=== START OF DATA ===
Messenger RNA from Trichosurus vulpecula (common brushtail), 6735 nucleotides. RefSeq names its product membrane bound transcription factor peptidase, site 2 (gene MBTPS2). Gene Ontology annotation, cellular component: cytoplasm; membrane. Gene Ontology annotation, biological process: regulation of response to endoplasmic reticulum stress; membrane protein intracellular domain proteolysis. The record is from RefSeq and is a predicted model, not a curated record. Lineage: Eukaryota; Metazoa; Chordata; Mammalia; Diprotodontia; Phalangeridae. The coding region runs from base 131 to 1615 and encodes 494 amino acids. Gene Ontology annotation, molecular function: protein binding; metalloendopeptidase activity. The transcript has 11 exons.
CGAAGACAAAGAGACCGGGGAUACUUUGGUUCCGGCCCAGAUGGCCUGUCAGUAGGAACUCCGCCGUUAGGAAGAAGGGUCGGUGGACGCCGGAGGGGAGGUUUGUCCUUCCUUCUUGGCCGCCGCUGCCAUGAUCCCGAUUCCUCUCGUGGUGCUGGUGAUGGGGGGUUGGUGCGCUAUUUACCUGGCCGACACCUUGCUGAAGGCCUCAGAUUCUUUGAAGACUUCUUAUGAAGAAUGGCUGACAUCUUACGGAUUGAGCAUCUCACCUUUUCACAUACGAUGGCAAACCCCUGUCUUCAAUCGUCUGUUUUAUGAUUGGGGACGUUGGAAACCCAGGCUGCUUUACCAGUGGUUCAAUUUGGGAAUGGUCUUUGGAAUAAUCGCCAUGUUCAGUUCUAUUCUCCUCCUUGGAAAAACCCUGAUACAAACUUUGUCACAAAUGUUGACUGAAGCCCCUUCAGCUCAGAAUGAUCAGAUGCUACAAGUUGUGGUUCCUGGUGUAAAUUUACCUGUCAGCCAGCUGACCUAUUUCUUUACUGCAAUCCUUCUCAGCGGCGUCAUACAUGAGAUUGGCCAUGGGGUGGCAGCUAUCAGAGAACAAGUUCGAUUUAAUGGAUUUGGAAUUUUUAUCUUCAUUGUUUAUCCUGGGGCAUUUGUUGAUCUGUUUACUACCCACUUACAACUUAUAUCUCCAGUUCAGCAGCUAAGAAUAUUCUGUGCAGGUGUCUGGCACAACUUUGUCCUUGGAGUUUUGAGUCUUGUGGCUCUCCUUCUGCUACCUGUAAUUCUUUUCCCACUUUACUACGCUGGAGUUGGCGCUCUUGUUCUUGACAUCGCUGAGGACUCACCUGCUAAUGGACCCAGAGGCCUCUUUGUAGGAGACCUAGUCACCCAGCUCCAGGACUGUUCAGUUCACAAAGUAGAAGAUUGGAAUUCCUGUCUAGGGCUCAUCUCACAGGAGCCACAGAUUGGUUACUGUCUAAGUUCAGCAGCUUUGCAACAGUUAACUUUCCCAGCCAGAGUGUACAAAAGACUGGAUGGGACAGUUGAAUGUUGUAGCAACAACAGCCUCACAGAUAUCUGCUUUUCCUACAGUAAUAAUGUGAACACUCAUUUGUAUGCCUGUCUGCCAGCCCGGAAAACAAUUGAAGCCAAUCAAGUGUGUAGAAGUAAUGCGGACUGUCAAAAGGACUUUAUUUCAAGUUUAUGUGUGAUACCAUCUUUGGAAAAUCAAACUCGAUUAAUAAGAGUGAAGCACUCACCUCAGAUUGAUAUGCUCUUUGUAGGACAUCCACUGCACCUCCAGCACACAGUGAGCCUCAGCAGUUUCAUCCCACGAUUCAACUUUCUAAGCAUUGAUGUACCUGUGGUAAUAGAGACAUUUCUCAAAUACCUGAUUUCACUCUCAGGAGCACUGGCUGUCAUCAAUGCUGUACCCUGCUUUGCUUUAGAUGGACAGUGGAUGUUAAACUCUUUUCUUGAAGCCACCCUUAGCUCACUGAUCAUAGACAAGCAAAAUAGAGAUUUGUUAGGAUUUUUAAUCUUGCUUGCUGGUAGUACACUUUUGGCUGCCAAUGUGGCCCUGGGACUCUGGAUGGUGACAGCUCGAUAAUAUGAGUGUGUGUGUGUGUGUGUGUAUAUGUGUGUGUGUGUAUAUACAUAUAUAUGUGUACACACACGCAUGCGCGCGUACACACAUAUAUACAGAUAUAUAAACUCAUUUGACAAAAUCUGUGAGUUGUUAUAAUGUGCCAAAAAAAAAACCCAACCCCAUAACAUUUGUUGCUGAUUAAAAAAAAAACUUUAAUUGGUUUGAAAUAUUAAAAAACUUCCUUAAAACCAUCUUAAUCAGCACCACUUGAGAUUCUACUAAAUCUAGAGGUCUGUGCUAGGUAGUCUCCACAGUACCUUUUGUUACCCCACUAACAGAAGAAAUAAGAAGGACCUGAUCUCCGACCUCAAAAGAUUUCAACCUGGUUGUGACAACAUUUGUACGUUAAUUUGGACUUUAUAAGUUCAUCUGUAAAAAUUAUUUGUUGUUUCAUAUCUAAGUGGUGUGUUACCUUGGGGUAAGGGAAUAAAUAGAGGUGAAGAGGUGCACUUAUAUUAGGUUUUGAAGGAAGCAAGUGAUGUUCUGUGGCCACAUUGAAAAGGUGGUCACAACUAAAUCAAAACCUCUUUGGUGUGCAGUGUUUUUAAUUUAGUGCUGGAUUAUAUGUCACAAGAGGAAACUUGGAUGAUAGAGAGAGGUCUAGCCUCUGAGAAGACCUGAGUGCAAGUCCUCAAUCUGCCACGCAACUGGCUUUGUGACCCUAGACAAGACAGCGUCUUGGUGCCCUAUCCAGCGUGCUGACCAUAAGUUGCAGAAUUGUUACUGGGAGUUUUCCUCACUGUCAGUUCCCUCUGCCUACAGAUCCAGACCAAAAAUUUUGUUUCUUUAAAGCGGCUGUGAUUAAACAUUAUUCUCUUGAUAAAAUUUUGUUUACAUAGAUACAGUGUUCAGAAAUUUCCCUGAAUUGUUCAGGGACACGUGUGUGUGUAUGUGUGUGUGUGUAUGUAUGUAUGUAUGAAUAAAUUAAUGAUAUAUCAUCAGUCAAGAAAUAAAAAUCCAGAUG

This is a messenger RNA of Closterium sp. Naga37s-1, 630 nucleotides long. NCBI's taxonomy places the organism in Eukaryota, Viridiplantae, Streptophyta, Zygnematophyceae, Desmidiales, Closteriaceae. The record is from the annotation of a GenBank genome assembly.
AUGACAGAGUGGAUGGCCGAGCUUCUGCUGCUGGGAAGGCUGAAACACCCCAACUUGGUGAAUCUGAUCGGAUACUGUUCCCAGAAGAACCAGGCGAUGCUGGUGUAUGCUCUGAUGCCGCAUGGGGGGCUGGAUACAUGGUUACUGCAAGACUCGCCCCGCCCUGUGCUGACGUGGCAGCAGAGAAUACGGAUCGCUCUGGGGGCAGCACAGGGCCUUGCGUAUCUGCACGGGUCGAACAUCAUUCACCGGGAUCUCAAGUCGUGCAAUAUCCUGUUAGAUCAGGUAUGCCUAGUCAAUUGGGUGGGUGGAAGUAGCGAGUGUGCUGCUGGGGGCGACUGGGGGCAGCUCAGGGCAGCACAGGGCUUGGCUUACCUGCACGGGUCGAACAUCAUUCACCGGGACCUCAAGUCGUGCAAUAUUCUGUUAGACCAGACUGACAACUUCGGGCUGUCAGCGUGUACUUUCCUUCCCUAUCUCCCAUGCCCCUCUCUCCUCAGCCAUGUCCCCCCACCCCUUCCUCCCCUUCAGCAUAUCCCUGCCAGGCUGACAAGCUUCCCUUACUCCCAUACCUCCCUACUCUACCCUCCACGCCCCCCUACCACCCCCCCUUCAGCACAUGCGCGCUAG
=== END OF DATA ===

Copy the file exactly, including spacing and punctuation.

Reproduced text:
Messenger RNA from Trichosurus vulpecula (common brushtail), 6735 nucleotides. RefSeq names its product membrane bound transcription factor peptidase, site 2 (gene MBTPS2). Gene Ontology annotation, cellular component: cytoplasm; membrane. Gene Ontology annotation, biological process: regulation of response to endoplasmic reticulum stress; membrane protein intracellular domain proteolysis. The record is from RefSeq and is a predicted model, not a curated record. Lineage: Eukaryota; Metazoa; Chordata; Mammalia; Diprotodontia; Phalangeridae. The coding region runs from base 131 to 1615 and encodes 494 amino acids. Gene Ontology annotation, molecular function: protein binding; metalloendopeptidase activity. The transcript has 11 exons.
CGAAGACAAAGAGACCGGGGAUACUUUGGUUCCGGCCCAGAUGGCCUGUCAGUAGGAACUCCGCCGUUAGGAAGAAGGGUCGGUGGACGCCGGAGGGGAGGUUUGUCCUUCCUUCUUGGCCGCCGCUGCCAUGAUCCCGAUUCCUCUCGUGGUGCUGGUGAUGGGGGGUUGGUGCGCUAUUUACCUGGCCGACACCUUGCUGAAGGCCUCAGAUUCUUUGAAGACUUCUUAUGAAGAAUGGCUGACAUCUUACGGAUUGAGCAUCUCACCUUUUCACAUACGAUGGCAAACCCCUGUCUUCAAUCGUCUGUUUUAUGAUUGGGGACGUUGGAAACCCAGGCUGCUUUACCAGUGGUUCAAUUUGGGAAUGGUCUUUGGAAUAAUCGCCAUGUUCAGUUCUAUUCUCCUCCUUGGAAAAACCCUGAUACAAACUUUGUCACAAAUGUUGACUGAAGCCCCUUCAGCUCAGAAUGAUCAGAUGCUACAAGUUGUGGUUCCUGGUGUAAAUUUACCUGUCAGCCAGCUGACCUAUUUCUUUACUGCAAUCCUUCUCAGCGGCGUCAUACAUGAGAUUGGCCAUGGGGUGGCAGCUAUCAGAGAACAAGUUCGAUUUAAUGGAUUUGGAAUUUUUAUCUUCAUUGUUUAUCCUGGGGCAUUUGUUGAUCUGUUUACUACCCACUUACAACUUAUAUCUCCAGUUCAGCAGCUAAGAAUAUUCUGUGCAGGUGUCUGGCACAACUUUGUCCUUGGAGUUUUGAGUCUUGUGGCUCUCCUUCUGCUACCUGUAAUUCUUUUCCCACUUUACUACGCUGGAGUUGGCGCUCUUGUUCUUGACAUCGCUGAGGACUCACCUGCUAAUGGACCCAGAGGCCUCUUUGUAGGAGACCUAGUCACCCAGCUCCAGGACUGUUCAGUUCACAAAGUAGAAGAUUGGAAUUCCUGUCUAGGGCUCAUCUCACAGGAGCCACAGAUUGGUUACUGUCUAAGUUCAGCAGCUUUGCAACAGUUAACUUUCCCAGCCAGAGUGUACAAAAGACUGGAUGGGACAGUUGAAUGUUGUAGCAACAACAGCCUCACAGAUAUCUGCUUUUCCUACAGUAAUAAUGUGAACACUCAUUUGUAUGCCUGUCUGCCAGCCCGGAAAACAAUUGAAGCCAAUCAAGUGUGUAGAAGUAAUGCGGACUGUCAAAAGGACUUUAUUUCAAGUUUAUGUGUGAUACCAUCUUUGGAAAAUCAAACUCGAUUAAUAAGAGUGAAGCACUCACCUCAGAUUGAUAUGCUCUUUGUAGGACAUCCACUGCACCUCCAGCACACAGUGAGCCUCAGCAGUUUCAUCCCACGAUUCAACUUUCUAAGCAUUGAUGUACCUGUGGUAAUAGAGACAUUUCUCAAAUACCUGAUUUCACUCUCAGGAGCACUGGCUGUCAUCAAUGCUGUACCCUGCUUUGCUUUAGAUGGACAGUGGAUGUUAAACUCUUUUCUUGAAGCCACCCUUAGCUCACUGAUCAUAGACAAGCAAAAUAGAGAUUUGUUAGGAUUUUUAAUCUUGCUUGCUGGUAGUACACUUUUGGCUGCCAAUGUGGCCCUGGGACUCUGGAUGGUGACAGCUCGAUAAUAUGAGUGUGUGUGUGUGUGUGUGUAUAUGUGUGUGUGUGUAUAUACAUAUAUAUGUGUACACACACGCAUGCGCGCGUACACACAUAUAUACAGAUAUAUAAACUCAUUUGACAAAAUCUGUGAGUUGUUAUAAUGUGCCAAAAAAAAAACCCAACCCCAUAACAUUUGUUGCUGAUUAAAAAAAAAACUUUAAUUGGUUUGAAAUAUUAAAAAACUUCCUUAAAACCAUCUUAAUCAGCACCACUUGAGAUUCUACUAAAUCUAGAGGUCUGUGCUAGGUAGUCUCCACAGUACCUUUUGUUACCCCACUAACAGAAGAAAUAAGAAGGACCUGAUCUCCGACCUCAAAAGAUUUCAACCUGGUUGUGACAACAUUUGUACGUUAAUUUGGACUUUAUAAGUUCAUCUGUAAAAAUUAUUUGUUGUUUCAUAUCUAAGUGGUGUGUUACCUUGGGGUAAGGGAAUAAAUAGAGGUGAAGAGGUGCACUUAUAUUAGGUUUUGAAGGAAGCAAGUGAUGUUCUGUGGCCACAUUGAAAAGGUGGUCACAACUAAAUCAAAACCUCUUUGGUGUGCAGUGUUUUUAAUUUAGUGCUGGAUUAUAUGUCACAAGAGGAAACUUGGAUGAUAGAGAGAGGUCUAGCCUCUGAGAAGACCUGAGUGCAAGUCCUCAAUCUGCCACGCAACUGGCUUUGUGACCCUAGACAAGACAGCGUCUUGGUGCCCUAUCCAGCGUGCUGACCAUAAGUUGCAGAAUUGUUACUGGGAGUUUUCCUCACUGUCAGUUCCCUCUGCCUACAGAUCCAGACCAAAAAUUUUGUUUCUUUAAAGCGGCUGUGAUUAAACAUUAUUCUCUUGAUAAAAUUUUGUUUACAUAGAUACAGUGUUCAGAAAUUUCCCUGAAUUGUUCAGGGACACGUGUGUGUGUAUGUGUGUGUGUGUAUGUAUGUAUGUAUGAAUAAAUUAAUGAUAUAUCAUCAGUCAAGAAAUAAAAAUCCAGAUG

This is a messenger RNA of Closterium sp. Naga37s-1, 630 nucleotides long. NCBI's taxonomy places the organism in Eukaryota, Viridiplantae, Streptophyta, Zygnematophyceae, Desmidiales, Closteriaceae. The record is from the annotation of a GenBank genome assembly.
AUGACAGAGUGGAUGGCCGAGCUUCUGCUGCUGGGAAGGCUGAAACACCCCAACUUGGUGAAUCUGAUCGGAUACUGUUCCCAGAAGAACCAGGCGAUGCUGGUGUAUGCUCUGAUGCCGCAUGGGGGGCUGGAUACAUGGUUACUGCAAGACUCGCCCCGCCCUGUGCUGACGUGGCAGCAGAGAAUACGGAUCGCUCUGGGGGCAGCACAGGGCCUUGCGUAUCUGCACGGGUCGAACAUCAUUCACCGGGAUCUCAAGUCGUGCAAUAUCCUGUUAGAUCAGGUAUGCCUAGUCAAUUGGGUGGGUGGAAGUAGCGAGUGUGCUGCUGGGGGCGACUGGGGGCAGCUCAGGGCAGCACAGGGCUUGGCUUACCUGCACGGGUCGAACAUCAUUCACCGGGACCUCAAGUCGUGCAAUAUUCUGUUAGACCAGACUGACAACUUCGGGCUGUCAGCGUGUACUUUCCUUCCCUAUCUCCCAUGCCCCUCUCUCCUCAGCCAUGUCCCCCCACCCCUUCCUCCCCUUCAGCAUAUCCCUGCCAGGCUGACAAGCUUCCCUUACUCCCAUACCUCCCUACUCUACCCUCCACGCCCCCCUACCACCCCCCCUUCAGCACAUGCGCGCUAG